Car Rental Contract Is Not “Covered Contract”


Smith rented an automobile from Hertz, declined optional loss damage waiver, and contractually agreed to be liable for any damage to the rental car regardless of fault.  When Smith was involved in an automobile accident, he refused to pay the $5,000 property damage to Hertz.  Smith was covered by St. Paul under a Package Accounts for Commercial Enterprises policy issued to his business.  St. Paul paid for damage to the other automobile, but denied coverage for any damages to the Hertz vehicle.  Hertz instituted an action against Smith, and Smith joined St. Paul as an additional defendant.  An arbitration found in favor of Hertz and St. Paul against Smith.  Smith appealed to the Court of Common Pleas, and summary judgment was granted in favor of Hertz and St. Paul.


On appeal, Smith sought payment under St. Paul’s optional coverage that he had purchased for “liability protection for autos you don’t own.”  The coverage applied to non-owned and hired vehicles, but excluded contractual liability for “any claim based on liability assumed under a contract or agreement.”  The exclusion would not apply, however, to liability assumed under a “covered contract,” defined as a contract or agreement in which the insured assumed tort liability of another.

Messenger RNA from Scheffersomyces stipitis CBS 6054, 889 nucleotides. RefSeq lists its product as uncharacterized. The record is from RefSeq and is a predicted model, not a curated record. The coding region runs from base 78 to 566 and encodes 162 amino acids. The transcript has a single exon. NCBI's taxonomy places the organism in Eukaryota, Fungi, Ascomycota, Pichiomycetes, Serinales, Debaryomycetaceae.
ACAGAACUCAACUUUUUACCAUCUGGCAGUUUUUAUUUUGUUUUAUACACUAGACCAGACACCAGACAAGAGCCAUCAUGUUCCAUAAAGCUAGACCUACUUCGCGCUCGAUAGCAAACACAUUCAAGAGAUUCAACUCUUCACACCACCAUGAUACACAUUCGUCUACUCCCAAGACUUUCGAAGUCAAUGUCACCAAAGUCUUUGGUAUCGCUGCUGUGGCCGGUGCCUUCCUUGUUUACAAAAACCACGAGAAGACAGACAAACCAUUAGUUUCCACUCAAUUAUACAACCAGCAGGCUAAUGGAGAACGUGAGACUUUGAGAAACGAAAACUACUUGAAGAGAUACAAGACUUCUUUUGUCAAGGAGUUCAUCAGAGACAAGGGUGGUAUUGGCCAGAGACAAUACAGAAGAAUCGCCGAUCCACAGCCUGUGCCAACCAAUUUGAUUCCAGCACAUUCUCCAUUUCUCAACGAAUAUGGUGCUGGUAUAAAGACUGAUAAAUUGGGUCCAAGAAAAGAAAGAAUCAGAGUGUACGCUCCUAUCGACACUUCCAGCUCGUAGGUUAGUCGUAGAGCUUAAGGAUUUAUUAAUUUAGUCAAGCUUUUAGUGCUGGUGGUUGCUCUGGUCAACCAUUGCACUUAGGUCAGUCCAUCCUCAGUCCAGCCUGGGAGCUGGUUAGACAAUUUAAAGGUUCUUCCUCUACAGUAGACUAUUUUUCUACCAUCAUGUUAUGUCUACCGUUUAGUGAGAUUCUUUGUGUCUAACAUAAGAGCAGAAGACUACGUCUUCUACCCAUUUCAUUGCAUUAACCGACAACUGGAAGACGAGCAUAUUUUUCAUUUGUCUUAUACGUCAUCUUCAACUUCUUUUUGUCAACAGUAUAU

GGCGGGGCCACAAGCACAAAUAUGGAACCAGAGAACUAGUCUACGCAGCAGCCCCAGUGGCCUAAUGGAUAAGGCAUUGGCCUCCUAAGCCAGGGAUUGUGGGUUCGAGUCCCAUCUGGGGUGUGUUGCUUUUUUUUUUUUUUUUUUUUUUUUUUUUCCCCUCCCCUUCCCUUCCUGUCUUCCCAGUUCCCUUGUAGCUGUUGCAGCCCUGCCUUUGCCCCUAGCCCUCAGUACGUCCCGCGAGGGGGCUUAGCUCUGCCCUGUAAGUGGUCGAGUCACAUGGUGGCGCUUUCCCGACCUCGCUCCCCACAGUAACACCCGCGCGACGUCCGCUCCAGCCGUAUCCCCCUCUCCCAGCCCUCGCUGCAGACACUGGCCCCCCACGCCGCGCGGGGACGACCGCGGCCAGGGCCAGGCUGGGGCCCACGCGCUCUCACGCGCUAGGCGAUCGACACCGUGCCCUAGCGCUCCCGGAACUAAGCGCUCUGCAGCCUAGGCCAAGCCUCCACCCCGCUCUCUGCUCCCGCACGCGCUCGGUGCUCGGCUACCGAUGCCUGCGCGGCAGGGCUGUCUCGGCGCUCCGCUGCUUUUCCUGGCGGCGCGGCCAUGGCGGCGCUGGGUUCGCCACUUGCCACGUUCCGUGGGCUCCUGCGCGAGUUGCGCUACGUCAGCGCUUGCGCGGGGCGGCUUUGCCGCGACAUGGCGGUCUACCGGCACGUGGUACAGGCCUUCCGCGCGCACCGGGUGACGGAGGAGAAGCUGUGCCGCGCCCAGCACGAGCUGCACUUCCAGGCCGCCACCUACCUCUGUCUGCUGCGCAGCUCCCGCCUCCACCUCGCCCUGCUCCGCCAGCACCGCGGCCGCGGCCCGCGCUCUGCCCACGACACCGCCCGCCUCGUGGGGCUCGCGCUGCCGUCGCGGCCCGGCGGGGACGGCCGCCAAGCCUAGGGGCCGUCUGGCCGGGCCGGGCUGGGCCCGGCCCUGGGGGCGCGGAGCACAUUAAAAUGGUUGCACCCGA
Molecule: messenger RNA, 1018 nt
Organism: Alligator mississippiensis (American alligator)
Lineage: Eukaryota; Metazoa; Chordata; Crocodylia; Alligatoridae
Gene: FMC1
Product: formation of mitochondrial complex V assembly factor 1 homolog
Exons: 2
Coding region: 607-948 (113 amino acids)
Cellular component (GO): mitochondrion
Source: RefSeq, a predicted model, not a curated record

The court found that the rental agreement between Hertz and Smith was not a “covered contract.”  The contractual liability provisions of the St. Paul policy were to provide benefits for tort liability that an insured contractually assumes, and not liability that is based on a breach of contract.  Hertz’s claim against Smith arose out of a breach of contract and was not based on bodily injury or property damage to a third party. Thus, the contractual liability exclusion barred coverage.


The appellate court affirmed judgment in favor of Hertz and St. Paul.


Hertz Corporation v Smith, 657 A2d 1316 (Pa Super 1995).